On October 1, 2017, the people of Catalonia went to the polls to vote on Catalan separation from Spain. While the separatists were largely successful, the validity of the result has been questioned. As a result, the political landscape in the region has significantly changed and the dream of independence is being overshadowed by a political nightmare. In light of the recent general elections, the situation is even more complicated and one is left to wonder what exactly is going on with the independence movement.

Nine days after the referendum on October 1, former president of the Catalan government Carles Puigdemont declared Catalan independence for the second time in modern history. A Catalan Republic was first proclaimed in 1931 and although it quickly accepted to transition into an autonomous region of Spain, this moment became significant for the modern independence movement. However, as Spain entered into a civil war and later a long-lasting fascist dictatorship under Francisco Franco, Catalonia became an area of contempt and the Catalan people were denied several rights they had previously enjoyed.

Nevertheless, when the Franco regime ended, the Catalan leaders were in no rush to bid for independence and instead quietly succumbed to a united Spanish state. The Catalonians again enjoyed the privileges of the pre-Franco era, being able to speak their own language, which had been forbidden under Franco, as well as govern themselves with a high degree of autonomy.

During the height of the independence movement in 2017, writer and journalist John Carlin stated “When I arrived to live in Catalonia in 1998, the independence movement in Barcelona was three men and a dog in Las Ramblas.” This quote is a striking reminder of the rapidity of the growth of this movement that has become one of the most significant political issues in Spain since the death of Franco.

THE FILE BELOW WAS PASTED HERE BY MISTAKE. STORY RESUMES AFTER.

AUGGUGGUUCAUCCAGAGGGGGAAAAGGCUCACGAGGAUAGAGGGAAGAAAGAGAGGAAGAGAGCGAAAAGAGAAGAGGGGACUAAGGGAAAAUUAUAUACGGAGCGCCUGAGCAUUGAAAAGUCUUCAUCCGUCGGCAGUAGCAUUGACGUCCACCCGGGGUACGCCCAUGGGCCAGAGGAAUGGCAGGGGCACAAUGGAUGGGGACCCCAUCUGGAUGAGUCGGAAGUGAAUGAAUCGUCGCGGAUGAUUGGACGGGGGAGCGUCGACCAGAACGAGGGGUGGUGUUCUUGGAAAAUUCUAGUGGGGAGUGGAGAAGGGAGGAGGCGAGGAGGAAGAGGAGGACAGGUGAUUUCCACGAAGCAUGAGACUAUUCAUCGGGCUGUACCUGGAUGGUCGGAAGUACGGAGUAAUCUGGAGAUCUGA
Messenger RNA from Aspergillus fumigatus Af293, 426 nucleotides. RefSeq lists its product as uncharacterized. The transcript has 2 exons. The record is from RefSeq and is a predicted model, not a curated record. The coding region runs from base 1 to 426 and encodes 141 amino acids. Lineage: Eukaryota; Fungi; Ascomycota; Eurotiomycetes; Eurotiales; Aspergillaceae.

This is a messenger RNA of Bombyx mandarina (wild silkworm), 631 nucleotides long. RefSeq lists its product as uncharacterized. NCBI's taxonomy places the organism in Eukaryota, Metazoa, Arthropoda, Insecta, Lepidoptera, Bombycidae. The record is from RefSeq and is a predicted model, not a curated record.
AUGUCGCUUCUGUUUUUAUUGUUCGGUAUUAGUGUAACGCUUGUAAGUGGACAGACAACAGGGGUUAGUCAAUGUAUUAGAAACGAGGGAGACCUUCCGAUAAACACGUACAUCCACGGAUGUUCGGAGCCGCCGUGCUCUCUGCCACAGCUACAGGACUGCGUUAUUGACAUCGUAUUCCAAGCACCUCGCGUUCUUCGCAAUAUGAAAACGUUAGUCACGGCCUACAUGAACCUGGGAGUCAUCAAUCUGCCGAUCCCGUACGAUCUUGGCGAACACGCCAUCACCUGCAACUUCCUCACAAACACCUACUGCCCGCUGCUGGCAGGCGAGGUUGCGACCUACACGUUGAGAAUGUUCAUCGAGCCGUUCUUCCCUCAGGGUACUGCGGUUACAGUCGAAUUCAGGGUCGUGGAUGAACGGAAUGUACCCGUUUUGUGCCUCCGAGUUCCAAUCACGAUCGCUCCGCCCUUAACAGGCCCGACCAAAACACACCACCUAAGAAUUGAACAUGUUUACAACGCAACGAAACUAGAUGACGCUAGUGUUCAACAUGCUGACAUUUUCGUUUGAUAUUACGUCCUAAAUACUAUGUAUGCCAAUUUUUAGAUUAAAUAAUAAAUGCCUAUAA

Until 2010, there was little activity from the independence movement in Catalonia. In 2010, the Constitutional Court in Madrid revoked some parts of the reforms made to the Catalan statute of autonomy, including the idea that Catalan should take precedence over Castilian Spanish in Catalonia. Later, statements from the Spanish government would further fuel the independence movement. For example, the minister of Education, José Ignacio Wert, stated that “Our interest is to make the Catalan students more Spanish.”

This restriction of Catalan freedom was a large part of the buildup of the Catalan independence movement, which fronted a rhetoric comparing the central government to Franco, a comparison that many embraced. Additionally, on the day of the referendum in 2017, which had been deemed unconstitutional by the government in Madrid, Spanish riot police forces were sent to Catalonia to shut down polling stations and disrupt the vote. This use of force from Madrid, combined with the central government declaring direct rule of Catalonia following the declaration of independence, certainly spiked discontent from the people of Catalonia. Moreover, it strengthened the Franco narrative as this was the first time since Franco’s death in 1975 that the central government imposed direct control on one of the autonomous communities of Spain.